Antigone Davoulas – Shake Collaboration LLC and Shake Extractions LLC
The story started out on a quiet southern afternoon, Antigone Davoulas says, when three women met up at a local Proposition 7 campaign event in Arkansas to collaborate over crawfish.
But they weren’t swapping recipes, the general counsel at Shake Collaboration remembers. They were talking about cannabis and hemp—even though it wasn’t “that” kind of gathering.
It was the start of a small, but motivated, group with a vision to elevate cannabis branding and hemp education to better shape the public’s perception of cannabis just prior to the successful passage of Arkansas’ medical program. This trio eventually became the founders of both Shake Collaboration LLC (a cannabis branding house) and later Shake Extractions LLC (an industrial hemp research and development consultancy) making them pioneers in the industry.
Empowered with a vision, the Shake team is establishing its first organic product line of full-spectrum hemp oil infused products, as well as promoting research trends in hydroponic agriculture and chemical-free extraction methods. The reward? Being given the first all-female industrial hemp processing and handling license in the state of Arkansas.
Most importantly, Davoulas says her team at Shake makes a point of collaborating and sharing resources and information with others—posting strong earnings along the way.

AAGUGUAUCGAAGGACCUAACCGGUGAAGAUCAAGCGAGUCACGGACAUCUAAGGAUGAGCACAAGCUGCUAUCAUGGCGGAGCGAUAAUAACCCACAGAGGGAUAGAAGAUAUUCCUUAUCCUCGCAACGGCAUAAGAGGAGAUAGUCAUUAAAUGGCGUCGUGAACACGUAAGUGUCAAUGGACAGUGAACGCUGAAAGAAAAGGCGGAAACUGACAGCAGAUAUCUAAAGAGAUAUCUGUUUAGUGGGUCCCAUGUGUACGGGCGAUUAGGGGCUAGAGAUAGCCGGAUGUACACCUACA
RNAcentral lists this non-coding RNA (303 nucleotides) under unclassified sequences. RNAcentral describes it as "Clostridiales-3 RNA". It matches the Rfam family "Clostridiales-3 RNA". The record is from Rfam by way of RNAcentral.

“The purpose of Shake Collaboration is to share our knowledge and develop thoughtful formulations that make life better,” Davoulas says. “We are sticking to the science of hemp and sustainability. We believe in the power of science and of the plant.”
The science of hemp
An interesting thing about hemp, which is the non-psychoactive strain of Cannabis sativa, is that it has long been an agricultural product and one of the first plants spun into usable fiber 10,000 years ago. Even George Washington grew it at Mt. Vernon.
Fast forward to the summer of 2019. On the hemp horizon is the launch of Shake’s first product line called “CBD & ME,” which includes infused organic balms and rollers made with what is known as the “authentic” strain of hemp. The tinctures for humans and animals are in the final phases of development. Taking shape alongside the product is an e-commerce platform, with the company currently testing sales on Amazon.
The backbone of these advancements for future product development comes from Shake’s investment in research. In the coming months, Shake will further develop the brand, Hydro Hemp, which, as Davoulas explains, involves growing hemp roots hydroponically, subjected only to clean water, without bugs and no need for pesticides. The female hemp plant’s roots, she says, has beneficial properties where new terpene profiles and cannabinoids are just waiting to be discovered.
Once harvested in this process, the clean roots are dried, turned into powder and combined with organic carrier oils to be transformed into skincare products. By focusing on the roots of the plant, Davoulas says, Shake is separating itself from the mainstream, due to the uniqueness and lack of current research in this area.